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A new study from P&S and Stanford University suggests that brain cells called astrocytes may be behind the accumulation of beta-amyloid peptide in the brain that causes Alzheimer's disease.

Alzheimer's, most researchers believe, is caused when a small peptide, beta-amyloid, accumulates in the brain. The peptide is made throughout life, but in people with Alzheimer's, either too much is made or too little is degraded—or both—and the excess peptide forms aggregates that accumulate throughout the brain. The aggregated beta-amyloid has been implicated in neuron death, which eventually leads to dementia.

Researchers have known that cells called microglia, which surround beta-amyloid deposits in the AD brain, can ingest and destroy the beta-amyloid peptide in cell culture, so they've been trying to stimulate the cells to do the same in vivo. But the role of astrocytes, which are also present at sites of beta-amyloid deposition, hadn't been examined.

The new findings show that normal adult astrocytes also can degrade beta-amyloid, suggesting that treatments to boost astrocyte activity in Alzheimer's may be beneficial. "This is the first study to show that adult astrocytes can degrade beta-amyloid," says Dr. Jens Husemann, the study's senior author and associate research scientist in the Department of Physiology and Cellular Biophysics. "In addition, astrocytes outnumber microglia in the brain, so they may be very important. Now labs will explore ways to activate astrocytes to increase beta-amyloid removal." The research was published March 3 on the Nature Medicine Web site and will appear in the April print issue.

Adult astrocytes in the left figure (nuclei are stained blue) ingest and concentrate beta-amyloid around the nuclei. Within 24 hours, the cells, seen in the center photo, degrade the ingested proteins. The photo on the right shows beta-amyloid on a slide before astrocyte cells were added.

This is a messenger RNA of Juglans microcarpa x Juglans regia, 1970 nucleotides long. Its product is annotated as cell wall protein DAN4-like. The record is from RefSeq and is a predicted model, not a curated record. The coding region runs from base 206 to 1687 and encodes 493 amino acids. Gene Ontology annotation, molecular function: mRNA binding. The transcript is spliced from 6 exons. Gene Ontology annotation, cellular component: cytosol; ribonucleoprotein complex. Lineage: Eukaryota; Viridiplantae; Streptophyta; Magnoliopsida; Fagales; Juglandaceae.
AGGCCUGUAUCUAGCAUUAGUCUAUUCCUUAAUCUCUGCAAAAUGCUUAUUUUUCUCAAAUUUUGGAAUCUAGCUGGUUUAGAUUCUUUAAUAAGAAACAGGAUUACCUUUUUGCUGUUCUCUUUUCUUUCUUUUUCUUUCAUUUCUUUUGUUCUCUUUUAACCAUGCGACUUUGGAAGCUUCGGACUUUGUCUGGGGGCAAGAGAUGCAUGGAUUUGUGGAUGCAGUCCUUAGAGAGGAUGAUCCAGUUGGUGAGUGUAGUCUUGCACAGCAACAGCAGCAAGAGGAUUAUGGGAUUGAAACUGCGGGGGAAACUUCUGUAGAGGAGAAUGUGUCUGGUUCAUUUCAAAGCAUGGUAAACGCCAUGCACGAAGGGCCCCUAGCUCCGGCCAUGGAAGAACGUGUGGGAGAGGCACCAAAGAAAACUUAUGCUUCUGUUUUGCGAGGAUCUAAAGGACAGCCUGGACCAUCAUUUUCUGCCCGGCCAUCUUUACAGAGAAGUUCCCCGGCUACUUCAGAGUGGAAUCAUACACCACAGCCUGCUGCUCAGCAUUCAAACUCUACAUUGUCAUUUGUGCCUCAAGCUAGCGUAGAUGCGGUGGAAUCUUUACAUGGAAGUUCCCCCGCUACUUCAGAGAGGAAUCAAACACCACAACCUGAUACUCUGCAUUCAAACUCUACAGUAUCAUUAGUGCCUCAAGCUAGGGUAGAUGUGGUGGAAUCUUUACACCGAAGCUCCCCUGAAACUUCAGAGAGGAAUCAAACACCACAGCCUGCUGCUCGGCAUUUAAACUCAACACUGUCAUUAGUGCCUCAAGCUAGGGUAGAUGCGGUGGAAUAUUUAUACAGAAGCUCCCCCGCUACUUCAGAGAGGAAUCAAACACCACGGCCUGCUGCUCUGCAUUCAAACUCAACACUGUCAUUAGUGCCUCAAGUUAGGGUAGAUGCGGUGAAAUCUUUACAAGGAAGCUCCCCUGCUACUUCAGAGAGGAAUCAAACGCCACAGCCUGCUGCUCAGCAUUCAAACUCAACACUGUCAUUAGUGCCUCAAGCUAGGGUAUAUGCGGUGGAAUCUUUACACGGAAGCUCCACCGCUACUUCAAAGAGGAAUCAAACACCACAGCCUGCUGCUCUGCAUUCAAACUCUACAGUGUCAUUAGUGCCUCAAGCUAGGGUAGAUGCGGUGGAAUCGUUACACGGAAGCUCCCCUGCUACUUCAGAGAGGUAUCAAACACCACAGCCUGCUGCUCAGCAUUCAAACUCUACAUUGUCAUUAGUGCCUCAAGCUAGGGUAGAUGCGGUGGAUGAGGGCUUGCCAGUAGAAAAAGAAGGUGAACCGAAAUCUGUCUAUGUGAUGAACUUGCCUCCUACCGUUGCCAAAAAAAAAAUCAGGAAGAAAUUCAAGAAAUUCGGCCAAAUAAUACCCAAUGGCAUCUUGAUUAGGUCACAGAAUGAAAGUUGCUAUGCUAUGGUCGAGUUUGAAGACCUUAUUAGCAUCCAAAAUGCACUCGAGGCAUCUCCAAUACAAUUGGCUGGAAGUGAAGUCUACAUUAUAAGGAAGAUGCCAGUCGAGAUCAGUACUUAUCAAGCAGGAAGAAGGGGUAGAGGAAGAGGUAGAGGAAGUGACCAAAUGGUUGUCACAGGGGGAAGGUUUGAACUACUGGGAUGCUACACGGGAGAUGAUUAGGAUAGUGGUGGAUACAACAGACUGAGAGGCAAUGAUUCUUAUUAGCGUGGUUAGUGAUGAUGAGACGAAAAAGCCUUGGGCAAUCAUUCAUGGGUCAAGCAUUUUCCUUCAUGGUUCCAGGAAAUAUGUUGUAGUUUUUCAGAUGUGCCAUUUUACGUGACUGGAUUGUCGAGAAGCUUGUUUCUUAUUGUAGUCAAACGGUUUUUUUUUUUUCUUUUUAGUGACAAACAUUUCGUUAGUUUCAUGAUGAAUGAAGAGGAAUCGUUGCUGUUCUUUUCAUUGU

The research group, including Dr. Samuel Silverstein, the John C. Dalton Professor of Physiology and Cellular Biophysics; Dr. John Loike, research scientist; and Dr. Tony Wyss-Coray from Stanford, also speculates that Alzheimer's may be caused by astrocyte dysfunction. It is still unknown why beta-amyloid accumulates in people with the late onset form of the disease, but one possibility is that the astrocytes fail to degrade the peptide. Dr. Husemann and his colleagues are now looking at astrocytes from the brains of Alzheimer's patients and mice with a similar Alzheimer's-like disease to see if their cells are still capable of destroying beta-amyloid.

In the Nature Medicine study, the researchers found that when they placed cultured adult mouse astrocytes onto brain tissue taken from Alzheimer's model mice, the astrocytes ingested beta-amyloid. The astrocytes reduced the amount of beta-amyloid in the brain tissue by 40 percent within 24 hours.

To see if the astrocytes also degraded—as well as ingested—beta-amyloid, they incubated adult mouse astrocytes in media containing this peptide. At the beginning of the incubation, all beta-amyloid was in the media. In the next 24 hours, the researchers saw that all of the beta-amyloid moved into the astrocytes and then disappeared completely, indicating that the astrocytes had degraded the beta-amyloid and had not exported it.

Though it has been known that astrocytes can eat and destroy proteins in general, no one has published work showing that the cells could consume beta-amyloid specifically. Dr. Husemann says they only discovered the astrocyte's ability when they looked at adult cells instead of the more commonly studied neonatal cells. Only the adult cells from mice destroyed the beta-amyloid; the neonatal cells did not.

The difference between adult and neonatal cells raises a question about which is the right Alzheimer's research model. Neonatal cells are used more often since they are much easier to culture than adult cells, but Dr. Husemann says "we need to do more experiments to identify the differences between adult and neonatal astrocytes."

Though the researchers suggest improving the astrocytes' ability to degrade beta-amyloid may be therapeutic, they caution that other astrocyte functions may contribute to the disease. "Studies suggest that upon interaction with beta-amyloid astrocytes may release inflammatory molecules that damage neurons," Dr. Husemann says.

Last year, brain inflammation in patients halted the clinical trials conducted by a pharmaceutical company of an Alzheimer's vaccine. In mice, the vaccine was thought to reduce plaques and relieve disease symptoms by stimulating microglia to devour beta-amyloid deposits in the brain. "It will be a delicate balancing act to stimulate beta-amyloid removal while keeping inflammation down at the same time," Dr. Husemann says.

The research was supported by the Alzheimer's Disease Research Center at P&S, the NIH, and the Alzheimer's Association.


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